Destiny 2 PC Review

Destiny 2 PC Review

I was very vocal about all the problems I felt Destiny had when it first released. Devoid of story, lacking content, and reliant on a massive end game grind, its flaws were many, with its only selling point being just how good the shooting felt. It eventually got better once The Taken King expansion was released, and while it wasn’t perfect, it sold me on what Bungie was aiming for. I fell off after that, not bothering to come back for whatever the second, smaller expansion was, but my eyes were always focused on the future, on what Bungie would do for Destiny 2.

Going into a game like this thinking that it would be fundamentally different than its predecessor would be folly, and it’s clear that the better portion of Destiny 2 is built on the foundation laid down by 1. This was no sacking of Rome and rebuilding from the ashes, but more a renovation show whose crew shows up over a fast weekend, tears out and renovates a couple of rooms, and lays down some new plants outside for “curb appeal.”  

The first room renovated clearly belonged to the story department. No longer devoid of any kind of tale whatsoever (I am firmly convinced that NOTHING actually happened in Destiny 1 Prime, and that things only started working themselves out with the Taken invasion), Destiny 2 is the story of Ghaul, leader of the Red Legion, an even more military subsect of the Cabal, previously encountered on Mars, and his invasion/takeover of the Last City, home of the Guardians and ever silent, light giving globe of a diety, the Traveler. Ghaul rolls in like the apocalpyse, with dropships losing Cabal warriors as though they were raindrops during a downpour. Your Guardian fights his/her way through the Last City and finally boards Ghaul’s ship, only to witness a harness tighten around the Traveler, cutting the light off from the Guardians in total, removing their one advantage in battle, the ability to come back from the dead.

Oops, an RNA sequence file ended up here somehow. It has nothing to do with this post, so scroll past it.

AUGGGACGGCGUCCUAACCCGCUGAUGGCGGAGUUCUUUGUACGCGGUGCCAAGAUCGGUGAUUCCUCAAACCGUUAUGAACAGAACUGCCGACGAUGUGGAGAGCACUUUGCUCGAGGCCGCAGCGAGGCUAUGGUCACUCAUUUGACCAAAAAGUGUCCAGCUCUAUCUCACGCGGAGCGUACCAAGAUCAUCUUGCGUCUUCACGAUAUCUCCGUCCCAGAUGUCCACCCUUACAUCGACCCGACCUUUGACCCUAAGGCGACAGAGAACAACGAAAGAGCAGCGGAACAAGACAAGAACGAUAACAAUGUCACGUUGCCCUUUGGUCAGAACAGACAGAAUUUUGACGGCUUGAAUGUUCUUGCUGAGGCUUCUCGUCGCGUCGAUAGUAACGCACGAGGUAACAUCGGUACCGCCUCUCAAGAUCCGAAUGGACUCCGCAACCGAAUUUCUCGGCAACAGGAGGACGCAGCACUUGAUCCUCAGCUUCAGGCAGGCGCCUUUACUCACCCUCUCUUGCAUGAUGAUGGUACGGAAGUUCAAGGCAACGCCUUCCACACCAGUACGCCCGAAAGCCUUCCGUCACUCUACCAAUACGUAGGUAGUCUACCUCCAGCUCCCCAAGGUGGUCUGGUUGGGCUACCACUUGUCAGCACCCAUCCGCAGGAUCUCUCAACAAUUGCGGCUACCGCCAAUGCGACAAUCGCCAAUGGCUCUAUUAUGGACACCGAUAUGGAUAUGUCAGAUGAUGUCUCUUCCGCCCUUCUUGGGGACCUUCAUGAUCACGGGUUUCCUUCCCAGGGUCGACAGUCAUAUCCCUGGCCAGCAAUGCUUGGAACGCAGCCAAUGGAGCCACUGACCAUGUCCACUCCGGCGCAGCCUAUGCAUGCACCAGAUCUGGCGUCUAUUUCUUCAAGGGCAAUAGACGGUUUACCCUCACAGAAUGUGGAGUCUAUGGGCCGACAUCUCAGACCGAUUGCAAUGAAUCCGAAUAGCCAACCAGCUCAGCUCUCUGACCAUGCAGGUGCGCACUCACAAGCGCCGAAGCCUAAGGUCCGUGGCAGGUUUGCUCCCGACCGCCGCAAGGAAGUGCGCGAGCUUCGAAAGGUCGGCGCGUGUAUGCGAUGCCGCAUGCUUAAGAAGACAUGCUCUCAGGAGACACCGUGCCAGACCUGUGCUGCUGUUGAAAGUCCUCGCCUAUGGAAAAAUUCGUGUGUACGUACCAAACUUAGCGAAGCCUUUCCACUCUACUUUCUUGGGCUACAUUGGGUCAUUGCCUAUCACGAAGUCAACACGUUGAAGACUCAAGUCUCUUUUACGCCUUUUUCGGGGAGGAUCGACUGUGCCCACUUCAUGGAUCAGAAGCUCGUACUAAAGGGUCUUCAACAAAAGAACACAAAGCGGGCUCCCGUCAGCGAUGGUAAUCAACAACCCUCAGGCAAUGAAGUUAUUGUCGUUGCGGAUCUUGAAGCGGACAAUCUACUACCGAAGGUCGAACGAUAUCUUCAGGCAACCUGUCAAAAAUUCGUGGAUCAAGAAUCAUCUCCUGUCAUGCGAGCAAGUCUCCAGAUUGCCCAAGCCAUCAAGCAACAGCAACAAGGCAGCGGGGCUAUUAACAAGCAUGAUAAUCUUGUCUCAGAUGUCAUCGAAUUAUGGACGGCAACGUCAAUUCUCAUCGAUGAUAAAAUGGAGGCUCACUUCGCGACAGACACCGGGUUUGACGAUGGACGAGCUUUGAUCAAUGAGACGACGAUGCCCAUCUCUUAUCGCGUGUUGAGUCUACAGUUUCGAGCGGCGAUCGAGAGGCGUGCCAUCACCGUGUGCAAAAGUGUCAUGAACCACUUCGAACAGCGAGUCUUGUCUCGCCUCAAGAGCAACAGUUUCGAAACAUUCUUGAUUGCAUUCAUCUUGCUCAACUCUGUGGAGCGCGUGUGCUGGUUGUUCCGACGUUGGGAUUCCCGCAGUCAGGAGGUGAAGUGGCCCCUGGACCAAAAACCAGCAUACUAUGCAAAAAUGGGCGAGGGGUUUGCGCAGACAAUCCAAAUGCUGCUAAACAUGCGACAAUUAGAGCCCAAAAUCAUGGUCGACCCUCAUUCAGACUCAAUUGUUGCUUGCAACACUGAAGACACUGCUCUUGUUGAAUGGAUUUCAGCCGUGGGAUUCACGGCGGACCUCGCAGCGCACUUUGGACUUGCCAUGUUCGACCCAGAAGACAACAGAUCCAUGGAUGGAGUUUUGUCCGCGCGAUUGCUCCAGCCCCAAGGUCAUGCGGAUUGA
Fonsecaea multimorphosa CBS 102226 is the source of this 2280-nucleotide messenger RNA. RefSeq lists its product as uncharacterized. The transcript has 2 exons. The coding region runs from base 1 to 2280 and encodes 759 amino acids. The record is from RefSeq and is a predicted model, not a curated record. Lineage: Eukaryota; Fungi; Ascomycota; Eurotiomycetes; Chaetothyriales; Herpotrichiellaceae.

The loss is not completely insignificant, and it does add a bit of tension to the next hour or so that it takes for your Guardian to eventually find a broken piece of the Traveler, thereby making her/him the lone force in the galaxy capable of taking the fight to the Red Legion. The story is more than a little cheesy, and quite easy to follow, but it is hands down better than anything put forth in Destiny 1. While the action tends to follow your Guardian, the cut scenes revolving around Ghaul are thoughtful and measured, with each focused on him trying to not only understand the Traveler, but earning the light rather than forcing his will upon the ancient force and taking it.

Bungie also uses the opportunity presented by their Guardians no longer having their light to shed some on the rest of humanity living in the Last City. It seems while you were out doing Guardian things, they were living in not so great conditions, under near total martial law to “keep them safe.” The road to Hell is paved with good intentions, and it takes them being the same as everyone else for Guardians to accept that. I won’t spoil the rest of the story, as there are some pretty impressive set pieces, but if you’ve read this far, I really don’t have to for you to figure it out.

Were I still playing on the PS4, this would be the part where I told you that gameplay remains tight and enjoyable as ever. As I am not playing on the PS4, but on a PC, this is actually the part where I reprimand you for playing on an inferior version and beg, literally beg, you to stop what you are doing, rethink your actions, and try this with a mouse and keyboard. I am NOT that guy, in fact, I normally default to gamepads on my PC for just about everything that has the option. Why I decided to just randomly roll into Destiny 2 on mouse and keyboard I will never know, but it was a decision that has fundamentally changed the way I feel about the work Bungie is doing.